The Dwarves and the wizard continued to stare.
"Mister Bilbo… How did you distract the trolls?" Ori wondered softly, his eyes wide.
"Ha! That's the best part. All he did was walk up and talk to them!" gloated Fíli. "I nearly fell over when I saw he let them pick him up. And then he even advised them on how to cook him!"
Ori's eyes grew even wider. "Wow, Mister Bilbo, that's so brave!"
Bilbo shifted, feeling uncomfortable at such praise. He wasn't brave, not really. Gandalf was brave. Thorin was brave. Frodo was brave. Hell, Samwise was brave. But him? He wasn't brave. If he was then he wouldn't have sent his nephew into Mordor with his ring.
"Bilbo, why would you do such a thing on your own?" Gandalf asked with a severe frown.
He shrugged. "They were about to eat our ponies. We did not have the time to wait for you all."
"Then you should have sent Fíli to distract them while you snuck up behind them. He is the more experienced fighter between you two," pointed out Balin.
"No. I would not risk Fíli in such a way," the Hobbit said firmly, shaking his head. "He is too important to chance over something like this."
The Dwarves grew silent at that. All except one.
"Why did you pick these plants?" Thorin wondered. For once he did not look at Bilbo as if he were dirt beneath his boot. Instead, he looked thoughtful as he gazed at the Hobbit with his fire blue eyes.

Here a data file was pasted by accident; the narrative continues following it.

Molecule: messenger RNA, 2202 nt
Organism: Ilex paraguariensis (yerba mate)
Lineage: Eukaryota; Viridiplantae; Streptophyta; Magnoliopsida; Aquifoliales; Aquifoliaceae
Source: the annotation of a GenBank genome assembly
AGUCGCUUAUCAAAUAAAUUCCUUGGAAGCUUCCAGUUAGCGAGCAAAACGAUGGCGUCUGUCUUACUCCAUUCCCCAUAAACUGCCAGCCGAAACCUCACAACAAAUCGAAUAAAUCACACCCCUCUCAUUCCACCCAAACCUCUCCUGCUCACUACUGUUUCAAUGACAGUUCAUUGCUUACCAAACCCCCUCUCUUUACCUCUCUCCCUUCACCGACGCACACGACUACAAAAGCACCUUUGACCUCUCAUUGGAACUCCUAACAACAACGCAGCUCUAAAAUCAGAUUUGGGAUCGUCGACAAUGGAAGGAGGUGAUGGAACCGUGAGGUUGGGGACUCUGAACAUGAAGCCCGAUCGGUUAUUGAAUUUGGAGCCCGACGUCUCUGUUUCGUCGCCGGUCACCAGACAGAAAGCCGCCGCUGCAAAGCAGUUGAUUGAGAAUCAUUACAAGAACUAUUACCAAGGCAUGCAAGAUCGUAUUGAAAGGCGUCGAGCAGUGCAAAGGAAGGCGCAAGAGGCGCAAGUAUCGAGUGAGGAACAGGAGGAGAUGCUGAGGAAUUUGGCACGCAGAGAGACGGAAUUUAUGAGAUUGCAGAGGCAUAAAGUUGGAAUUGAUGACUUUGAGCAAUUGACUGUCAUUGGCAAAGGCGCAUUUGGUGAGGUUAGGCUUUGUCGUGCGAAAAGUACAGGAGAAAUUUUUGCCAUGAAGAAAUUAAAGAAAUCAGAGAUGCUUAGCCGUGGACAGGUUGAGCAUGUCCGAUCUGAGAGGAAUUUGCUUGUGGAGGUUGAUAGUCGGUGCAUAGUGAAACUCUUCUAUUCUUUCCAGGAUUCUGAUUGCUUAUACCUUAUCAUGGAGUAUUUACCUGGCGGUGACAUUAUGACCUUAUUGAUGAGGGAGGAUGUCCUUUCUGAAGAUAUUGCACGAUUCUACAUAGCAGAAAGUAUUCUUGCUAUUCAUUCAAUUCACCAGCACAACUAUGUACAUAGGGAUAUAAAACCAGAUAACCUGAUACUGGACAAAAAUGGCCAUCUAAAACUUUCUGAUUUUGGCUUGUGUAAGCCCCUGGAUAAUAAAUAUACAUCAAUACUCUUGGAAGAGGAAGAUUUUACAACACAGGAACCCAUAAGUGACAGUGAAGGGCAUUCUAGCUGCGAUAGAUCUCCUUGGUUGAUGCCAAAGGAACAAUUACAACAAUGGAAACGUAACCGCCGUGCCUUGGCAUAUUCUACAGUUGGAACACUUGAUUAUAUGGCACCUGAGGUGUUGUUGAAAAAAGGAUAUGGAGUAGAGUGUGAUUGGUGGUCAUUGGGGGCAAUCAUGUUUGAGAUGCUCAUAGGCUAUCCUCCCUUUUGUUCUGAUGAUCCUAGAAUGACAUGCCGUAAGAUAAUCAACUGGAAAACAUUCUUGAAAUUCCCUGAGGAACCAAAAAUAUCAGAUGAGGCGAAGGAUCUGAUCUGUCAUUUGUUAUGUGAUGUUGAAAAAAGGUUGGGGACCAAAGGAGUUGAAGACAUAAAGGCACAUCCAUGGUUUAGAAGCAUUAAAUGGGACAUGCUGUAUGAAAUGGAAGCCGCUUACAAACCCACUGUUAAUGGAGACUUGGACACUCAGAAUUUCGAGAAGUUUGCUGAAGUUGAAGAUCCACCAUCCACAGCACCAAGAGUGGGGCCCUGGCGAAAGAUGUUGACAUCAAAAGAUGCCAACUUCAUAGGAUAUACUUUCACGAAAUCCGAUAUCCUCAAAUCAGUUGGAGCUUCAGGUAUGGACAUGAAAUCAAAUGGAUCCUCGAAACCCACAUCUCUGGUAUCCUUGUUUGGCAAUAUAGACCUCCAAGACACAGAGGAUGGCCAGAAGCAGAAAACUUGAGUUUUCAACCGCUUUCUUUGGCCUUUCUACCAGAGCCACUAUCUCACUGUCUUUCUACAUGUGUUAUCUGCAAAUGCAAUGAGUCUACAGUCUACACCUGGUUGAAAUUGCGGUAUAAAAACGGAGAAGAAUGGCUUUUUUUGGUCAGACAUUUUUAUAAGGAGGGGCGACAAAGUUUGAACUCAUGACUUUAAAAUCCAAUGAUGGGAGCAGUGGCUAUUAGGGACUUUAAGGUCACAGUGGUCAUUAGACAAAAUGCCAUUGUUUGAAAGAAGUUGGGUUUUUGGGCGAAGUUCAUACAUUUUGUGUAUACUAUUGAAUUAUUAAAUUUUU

Bilbo swallowed the lump in his throat as he met the intense look head on. "Because I am a Hobbit. I am no warrior or master burglar. I am just a Hobbit and I must protect myself through my own means. This is one way that I have chosen to do so."
Thorin stared at him for a moment longer. He could not read what the Dwarf thought of his words, but he could tell that for once the king was not annoyed by him. The Hobbit decided to count that as a large step in the right direction.
Finally Thorin looked back to the others, and pointed to the dead trolls. "Scout the area. Let us find out exactly how these trolls found their way here."